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Sunday, October 31, 2010

The Law Library Ambush -- August 24, 2010

Details and other movement were delayed in my cell house this morning. There was a fight in another part of the prison where a guard working the catwalk fired a warning shot. From what I was informed later, the cell house lieutenant told the guard to stand down because everything was under control, but the guard was trigger happy and fired a shot into the ceiling anyway. Guards too often fire their rifles, endangering not only prisoners, but staff as well. Although a guard may shoot into the ceiling or into a warning shot box, the pellets they use as ammunition often are scattered and have the habit of bouncing off objects. Last year, when the new director of IDOC walked through, there was talk of taking all the weapons out of the prison, or at least in the cell houses, but this was never implemented. Director Randle is under pressure to step down now, and he may soon resign.

Eventually, inmates were let out in B House to go to their work assignments, the Health Care Unit, and other destinations. The warden had decided not to put the entire prison on lockdown, but only the cell house where the incident occurred. E House had just been taken off lockdown for another fight which occurred Friday evening. Because of this fight, night yard was cancelled for 2 and 4 gallery in my cell house. I was in the chow hall when this fight occurred, and we were just about to be let out onto the South yard. Instead, we were sent back to our cells and locked in our cages for the night.

Around 10 a.m., the afternoon law library list was announced on the loudspeaker. Inmates never know if they will be allowed to go to the library until the list is called out. Many people fill out request slips, but only 30 names make the list. One of the staff members who works at the library decides who is allowed to go based on court orders, deadlines, and most urgent need. She is not always fair in the list she creates, and there are usually several disgruntled inmates. I had some legal work I needed to do in the library, but my name was not called. That was just as well, because after last Thursday's visit to the library, I was not eager to go back there.

On Thursday, the 19th of August, my name was surprisingly called on the loudspeaker for the law library. I never put in for Thursday library because it is run during the morning. Mornings are my time to have some cell space alone when my cellmate leaves to work in the barbershop. I had already put on my shorts and gym shoes to exercise as soon as my cellmate left. I often get visits on Thursdays, and today I was expecting my family to come early. I probably would not be called until after I returned from library, but this meant I would be out of my cell the entire day. I did not like having to deal with Stateville's inmates, guards, and others for long periods of time only to return to my cell occupied with my very talkative and hyper cellmate. Furthermore, legal boxes are not taken out of storage for inmates at the library on Thursdays. One of the reasons I go to the law library is to gain access to my legal materials which I am unable to fit in my two cell boxes. Unhappily, I took off my shoes and shorts, and dressed in state blues. I came very close to waiving my privilege to go the law library, and if I had E.S.P. I would have.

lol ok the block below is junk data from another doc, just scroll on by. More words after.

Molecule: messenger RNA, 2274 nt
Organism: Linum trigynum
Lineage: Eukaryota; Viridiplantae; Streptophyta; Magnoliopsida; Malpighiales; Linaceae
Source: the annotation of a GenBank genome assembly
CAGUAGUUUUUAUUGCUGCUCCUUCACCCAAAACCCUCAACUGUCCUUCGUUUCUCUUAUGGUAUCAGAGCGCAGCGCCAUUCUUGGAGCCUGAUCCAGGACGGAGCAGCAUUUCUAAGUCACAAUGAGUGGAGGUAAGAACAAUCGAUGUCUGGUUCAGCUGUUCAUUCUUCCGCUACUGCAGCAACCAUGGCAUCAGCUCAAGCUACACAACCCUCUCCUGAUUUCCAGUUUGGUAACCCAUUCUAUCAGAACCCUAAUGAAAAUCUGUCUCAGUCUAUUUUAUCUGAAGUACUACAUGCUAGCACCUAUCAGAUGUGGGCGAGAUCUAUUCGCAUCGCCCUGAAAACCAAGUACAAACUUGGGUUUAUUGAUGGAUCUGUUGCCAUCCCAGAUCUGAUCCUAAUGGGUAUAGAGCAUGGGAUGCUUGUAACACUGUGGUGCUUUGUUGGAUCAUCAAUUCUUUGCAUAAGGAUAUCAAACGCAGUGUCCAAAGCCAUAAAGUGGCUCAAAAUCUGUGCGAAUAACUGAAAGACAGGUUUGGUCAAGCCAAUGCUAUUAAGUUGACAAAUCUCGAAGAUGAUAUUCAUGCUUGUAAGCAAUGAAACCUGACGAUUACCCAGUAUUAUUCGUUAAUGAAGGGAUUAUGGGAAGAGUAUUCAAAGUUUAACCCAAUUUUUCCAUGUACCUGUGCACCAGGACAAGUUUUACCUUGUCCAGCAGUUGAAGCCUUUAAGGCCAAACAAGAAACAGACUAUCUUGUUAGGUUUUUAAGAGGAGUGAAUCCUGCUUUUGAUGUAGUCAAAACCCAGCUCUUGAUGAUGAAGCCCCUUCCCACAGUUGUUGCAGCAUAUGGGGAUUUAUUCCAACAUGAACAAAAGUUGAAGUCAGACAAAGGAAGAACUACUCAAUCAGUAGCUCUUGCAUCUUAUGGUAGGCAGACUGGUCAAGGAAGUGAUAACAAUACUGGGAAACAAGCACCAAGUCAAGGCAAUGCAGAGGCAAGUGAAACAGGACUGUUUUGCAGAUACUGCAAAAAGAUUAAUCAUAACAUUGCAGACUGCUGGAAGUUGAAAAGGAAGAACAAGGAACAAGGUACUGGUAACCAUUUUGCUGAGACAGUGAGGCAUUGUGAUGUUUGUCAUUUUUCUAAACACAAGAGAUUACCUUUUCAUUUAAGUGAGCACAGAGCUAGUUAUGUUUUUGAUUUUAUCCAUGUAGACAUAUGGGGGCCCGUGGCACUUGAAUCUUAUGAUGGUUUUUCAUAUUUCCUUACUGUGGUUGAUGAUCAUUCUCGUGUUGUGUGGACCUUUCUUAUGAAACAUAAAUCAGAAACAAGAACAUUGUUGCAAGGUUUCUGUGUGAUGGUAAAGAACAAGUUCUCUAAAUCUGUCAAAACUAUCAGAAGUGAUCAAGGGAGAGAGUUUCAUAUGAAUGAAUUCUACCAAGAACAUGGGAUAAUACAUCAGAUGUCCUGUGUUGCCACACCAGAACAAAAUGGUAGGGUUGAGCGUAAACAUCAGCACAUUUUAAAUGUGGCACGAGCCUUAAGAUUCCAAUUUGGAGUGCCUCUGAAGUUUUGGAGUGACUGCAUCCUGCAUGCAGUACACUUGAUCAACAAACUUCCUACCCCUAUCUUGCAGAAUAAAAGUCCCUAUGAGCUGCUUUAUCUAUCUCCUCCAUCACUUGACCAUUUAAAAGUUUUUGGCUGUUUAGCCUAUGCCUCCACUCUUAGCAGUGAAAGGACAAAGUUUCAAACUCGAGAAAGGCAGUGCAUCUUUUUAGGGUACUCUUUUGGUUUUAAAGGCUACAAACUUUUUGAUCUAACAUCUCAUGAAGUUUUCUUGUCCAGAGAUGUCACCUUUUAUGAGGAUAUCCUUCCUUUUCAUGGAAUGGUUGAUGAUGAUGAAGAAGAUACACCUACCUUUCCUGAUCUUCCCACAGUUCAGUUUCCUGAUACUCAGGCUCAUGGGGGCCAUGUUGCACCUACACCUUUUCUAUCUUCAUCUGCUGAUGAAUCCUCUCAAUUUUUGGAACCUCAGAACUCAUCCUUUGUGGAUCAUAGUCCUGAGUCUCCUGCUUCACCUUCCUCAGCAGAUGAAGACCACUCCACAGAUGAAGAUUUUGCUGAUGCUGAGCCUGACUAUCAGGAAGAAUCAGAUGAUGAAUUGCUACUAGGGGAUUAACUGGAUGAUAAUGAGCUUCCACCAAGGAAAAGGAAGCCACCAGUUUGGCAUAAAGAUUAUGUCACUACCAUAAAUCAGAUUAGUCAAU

The law library line was very noisy. On the walk over to the building, the sun was already beating down hard. It was only a quarter past 9, but the temperature was already a muggy 85-90 degrees. Inmates in the library and school lines which are run together in the morning, were talking loudly to each other and yelling to those on the South yard. The line was stopped to allow prisoners from other cell houses to join the line, and while standing there I looked over some of my legal papers to remind myself of what I needed to do in the library. I did not have time to make a list before I was let out of my cell, and did not want to waste time. Inmates are given only an hour or two to conduct all their legal work before they are told to leave.

Eventually, the law library and school line made it to the library building. Those going to grade school or high school classes continued on their walk while inmates going to the library waited outside. There is usually a wait before we go inside, but this morning it was a little longer than usual. As I entered the library, I found out why. About 20 guards quickly came out from around the corner and closed in about us. They shouted at us to put our hands in the air and line up along the wall. We were then ordered to place our papers on the floor and face towards the wall. People began to do as they were told, but lowered their hands. We were then shouted at to keep our hands up and put them on the fencing. I felt like I was a victim in a bank robbery and thought about how I knew I should have stayed in my cell today. For the next couple of hours, I was not going to be able to do any legal work, but be continually demeaned and harassed.

One side of the main room of the library is a painted cyclone fence. This fence is here to lock in inmates from Segregation who have court orders to have law library access. There are about 8 small cages that are kept locked. Some of the cages are also used to store some inmates' legal boxes as well. The cage I stared into was empty and was used to hold Segregation inmates. I grabbed onto the fence above my head as I waited to be searched.

This was not a routine shake down. The major was present along with several members of Internal Affairs. Most of the guards, however, were from the movement team, or pulled off of other assignments. The guards went meticulously from inmate to inmate. We were not strip searched, but we were thoroughly patted down and told to take off our shoes. The guards went page by page through a number of prisoners' legal books and papers. Some inmates had a stack of papers and numerous books with them. Several guards looked through their property, but most inmates only had one guard search them and their papers. Some guards stood by just for security and to make sure prisoners did not move out of position. I assume the library itself was searched before we arrived, but some guards may have been searching while we were lined up against the fence.